AMQP and one possible future for messaging
Yesterday I attended the AMQP working group's annual convention, and found this tight knitted group incredibly welcoming and quite informative. My off the cuff impression of the individuals involved was "if you are interested in Enterprise Queuing you probably attended a British university at some point". It isn't that surprising from a cultural perspective I suppose, but even I am guilty of that association. But what you can take away from that quip is this group gets queuing so much that AMQP isn't really a Queuing protocol at all, but a message routing and delivery protocol with wire level semantics.
If you are a typical web developer, you are accustomed to the challenge and response of HTTP's synchronous protocol. On a semantic level, we talk about statelessness of the protocol, and treat each connection as an individual transaction with session layering in the application on top. In reality, most HTTP requests are bidirectional stageful affairs running over a tcp session, with payload framing in HTTP, but with connection level framing handled by TCP. TCP itself piggybacks on UDP packets which provide the base link level of framing for individual packets, with IP defining the network layer routing. Ethernet in most cases these days provides the physical layer but you can tunnel IP over many different types of links.
AMQP runs on TCP/IP now, but is looking to change all that.
AMQP 1.0 is designed to be a wire level protocol, capable of being implemented in hardware, and routed globally over existing tcp/ip networks. This low level ambition is at the heart of why financial institutions such as banks and exchanges are so interested in this tech. Being able to define a secure from the ground up, implemented in hardware, open standard for networking that interoperates with the existing Internet but can be run bare metal inside a large corporate environment or private network for financial exchanges is huge. Forget about vendor lockin, with FIX, FAST, and SWIFT running over AMQP, you would finally have a network that is secure and reliable enough for massively distributed data brokering.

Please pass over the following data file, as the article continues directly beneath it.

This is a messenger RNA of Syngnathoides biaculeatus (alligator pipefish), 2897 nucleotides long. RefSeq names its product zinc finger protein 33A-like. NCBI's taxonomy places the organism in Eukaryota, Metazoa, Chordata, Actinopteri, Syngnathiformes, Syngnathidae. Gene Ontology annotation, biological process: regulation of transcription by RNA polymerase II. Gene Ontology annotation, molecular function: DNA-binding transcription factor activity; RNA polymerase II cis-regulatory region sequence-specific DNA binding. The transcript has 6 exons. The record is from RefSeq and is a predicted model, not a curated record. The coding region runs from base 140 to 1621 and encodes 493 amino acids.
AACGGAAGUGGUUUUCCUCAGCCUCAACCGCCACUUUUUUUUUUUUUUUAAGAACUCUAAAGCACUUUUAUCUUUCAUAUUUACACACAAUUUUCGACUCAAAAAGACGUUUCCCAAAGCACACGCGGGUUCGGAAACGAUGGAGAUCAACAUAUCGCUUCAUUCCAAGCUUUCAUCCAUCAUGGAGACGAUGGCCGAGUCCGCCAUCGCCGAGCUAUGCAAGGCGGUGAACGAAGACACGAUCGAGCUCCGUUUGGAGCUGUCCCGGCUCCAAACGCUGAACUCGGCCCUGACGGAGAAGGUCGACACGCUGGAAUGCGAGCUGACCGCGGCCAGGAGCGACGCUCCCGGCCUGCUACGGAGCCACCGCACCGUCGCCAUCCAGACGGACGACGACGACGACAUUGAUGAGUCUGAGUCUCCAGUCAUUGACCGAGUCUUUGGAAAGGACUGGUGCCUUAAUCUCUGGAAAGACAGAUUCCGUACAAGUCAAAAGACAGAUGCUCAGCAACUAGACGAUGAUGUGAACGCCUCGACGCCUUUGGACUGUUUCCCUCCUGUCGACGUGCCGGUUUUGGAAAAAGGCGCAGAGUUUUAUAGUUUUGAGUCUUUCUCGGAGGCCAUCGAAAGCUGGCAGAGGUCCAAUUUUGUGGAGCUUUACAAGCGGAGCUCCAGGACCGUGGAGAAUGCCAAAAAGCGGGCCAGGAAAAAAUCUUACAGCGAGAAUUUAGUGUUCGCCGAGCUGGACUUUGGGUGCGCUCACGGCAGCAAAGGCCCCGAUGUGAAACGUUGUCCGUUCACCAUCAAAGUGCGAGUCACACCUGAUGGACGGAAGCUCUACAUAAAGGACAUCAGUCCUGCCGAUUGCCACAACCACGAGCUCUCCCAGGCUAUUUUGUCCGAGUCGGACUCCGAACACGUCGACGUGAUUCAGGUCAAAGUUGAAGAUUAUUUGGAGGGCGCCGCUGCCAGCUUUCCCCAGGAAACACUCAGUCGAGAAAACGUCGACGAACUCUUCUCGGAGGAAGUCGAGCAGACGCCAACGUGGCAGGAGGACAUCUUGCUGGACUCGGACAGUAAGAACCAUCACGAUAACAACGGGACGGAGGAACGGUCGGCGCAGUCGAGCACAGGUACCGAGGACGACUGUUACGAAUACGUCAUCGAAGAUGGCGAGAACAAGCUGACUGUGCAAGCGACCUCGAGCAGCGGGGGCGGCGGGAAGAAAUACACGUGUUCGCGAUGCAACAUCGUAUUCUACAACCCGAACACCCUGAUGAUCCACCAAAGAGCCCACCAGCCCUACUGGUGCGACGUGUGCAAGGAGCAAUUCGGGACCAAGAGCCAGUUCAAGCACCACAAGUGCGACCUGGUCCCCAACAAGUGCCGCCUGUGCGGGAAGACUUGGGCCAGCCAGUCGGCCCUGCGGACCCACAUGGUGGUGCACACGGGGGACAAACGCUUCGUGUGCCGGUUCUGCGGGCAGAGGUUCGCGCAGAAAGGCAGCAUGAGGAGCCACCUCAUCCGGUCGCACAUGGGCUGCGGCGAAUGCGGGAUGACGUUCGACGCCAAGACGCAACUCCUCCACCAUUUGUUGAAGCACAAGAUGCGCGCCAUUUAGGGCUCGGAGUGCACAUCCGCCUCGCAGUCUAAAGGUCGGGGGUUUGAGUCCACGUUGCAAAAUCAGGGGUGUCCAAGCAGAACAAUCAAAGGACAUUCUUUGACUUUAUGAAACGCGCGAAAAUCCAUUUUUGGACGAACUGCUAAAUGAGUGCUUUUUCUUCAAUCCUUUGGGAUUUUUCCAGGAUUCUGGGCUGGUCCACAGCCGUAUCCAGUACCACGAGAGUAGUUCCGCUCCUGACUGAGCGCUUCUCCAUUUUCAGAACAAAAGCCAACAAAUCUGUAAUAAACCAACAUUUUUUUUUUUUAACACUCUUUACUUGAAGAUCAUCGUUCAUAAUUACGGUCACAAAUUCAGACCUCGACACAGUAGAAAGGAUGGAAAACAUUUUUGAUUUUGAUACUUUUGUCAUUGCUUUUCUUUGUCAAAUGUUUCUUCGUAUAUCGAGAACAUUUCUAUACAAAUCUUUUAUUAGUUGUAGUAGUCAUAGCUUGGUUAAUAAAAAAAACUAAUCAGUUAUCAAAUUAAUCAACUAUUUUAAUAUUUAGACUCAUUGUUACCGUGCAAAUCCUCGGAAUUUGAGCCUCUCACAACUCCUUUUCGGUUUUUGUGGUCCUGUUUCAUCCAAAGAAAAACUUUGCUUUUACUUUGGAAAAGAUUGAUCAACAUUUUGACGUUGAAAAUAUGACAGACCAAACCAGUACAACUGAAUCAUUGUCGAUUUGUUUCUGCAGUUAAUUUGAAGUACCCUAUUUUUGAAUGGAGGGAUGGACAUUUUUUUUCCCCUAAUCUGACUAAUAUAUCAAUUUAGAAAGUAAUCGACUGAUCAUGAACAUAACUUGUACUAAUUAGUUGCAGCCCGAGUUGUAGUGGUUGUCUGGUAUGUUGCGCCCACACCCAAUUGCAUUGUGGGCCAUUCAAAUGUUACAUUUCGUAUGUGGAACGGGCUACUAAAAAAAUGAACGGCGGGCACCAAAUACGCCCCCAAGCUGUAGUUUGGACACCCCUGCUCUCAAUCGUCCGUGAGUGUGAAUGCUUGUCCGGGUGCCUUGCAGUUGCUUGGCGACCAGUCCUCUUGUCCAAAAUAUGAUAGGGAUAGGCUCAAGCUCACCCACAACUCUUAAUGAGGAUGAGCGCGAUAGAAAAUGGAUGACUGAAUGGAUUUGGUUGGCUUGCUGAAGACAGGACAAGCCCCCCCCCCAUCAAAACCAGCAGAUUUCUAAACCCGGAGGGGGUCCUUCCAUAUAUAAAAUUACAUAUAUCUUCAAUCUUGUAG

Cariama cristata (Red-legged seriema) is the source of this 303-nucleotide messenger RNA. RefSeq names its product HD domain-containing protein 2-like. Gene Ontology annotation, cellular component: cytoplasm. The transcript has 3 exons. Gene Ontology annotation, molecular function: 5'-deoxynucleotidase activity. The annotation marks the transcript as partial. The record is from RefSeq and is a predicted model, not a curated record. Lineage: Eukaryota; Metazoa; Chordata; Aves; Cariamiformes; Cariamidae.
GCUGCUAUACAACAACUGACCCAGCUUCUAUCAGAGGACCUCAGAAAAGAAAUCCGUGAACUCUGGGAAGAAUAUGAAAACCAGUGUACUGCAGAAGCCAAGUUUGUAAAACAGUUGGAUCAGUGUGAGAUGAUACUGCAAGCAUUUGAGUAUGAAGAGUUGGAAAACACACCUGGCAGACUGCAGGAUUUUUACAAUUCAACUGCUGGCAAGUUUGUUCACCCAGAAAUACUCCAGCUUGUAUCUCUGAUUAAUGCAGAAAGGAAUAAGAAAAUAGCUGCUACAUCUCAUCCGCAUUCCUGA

Matthew Arrott's work bringing AMQP to the field of global data gathering is particularly interesting to me. Applying this tech designed for managing trading infrastructures to control robots in the oceans around the globe, not only legitimizes to some degree my own work, but also shows how important AMQP in hardware could be to building effective swarms of automated vehicles, smartgrid management, and intelligence gathering. With a wire level secure network and a contract aware routing layer (Arrott's main aim) you could not only solve secure content distribution, but build in Asimov's 3 laws into the fabric of the network. The devil is in the details of the contract itself however, just ask Daniel Webster.
Personally I'm looking forward to driving the most interesting bit of the AMQP 1.0 environment which is the naming of things. The goal of AMQP is that anything with an address can recieve messages. That anything could be a machine, a network, an application, or an object. We have an opportunity to devise a naming scheme that will give every object in the entire world and network and the history thereof a true name. Once in place and discoverable, all one needs to do is send their message and AMQP will make sure it gets there. No matter where there is.
AMQP can become the Internet of things.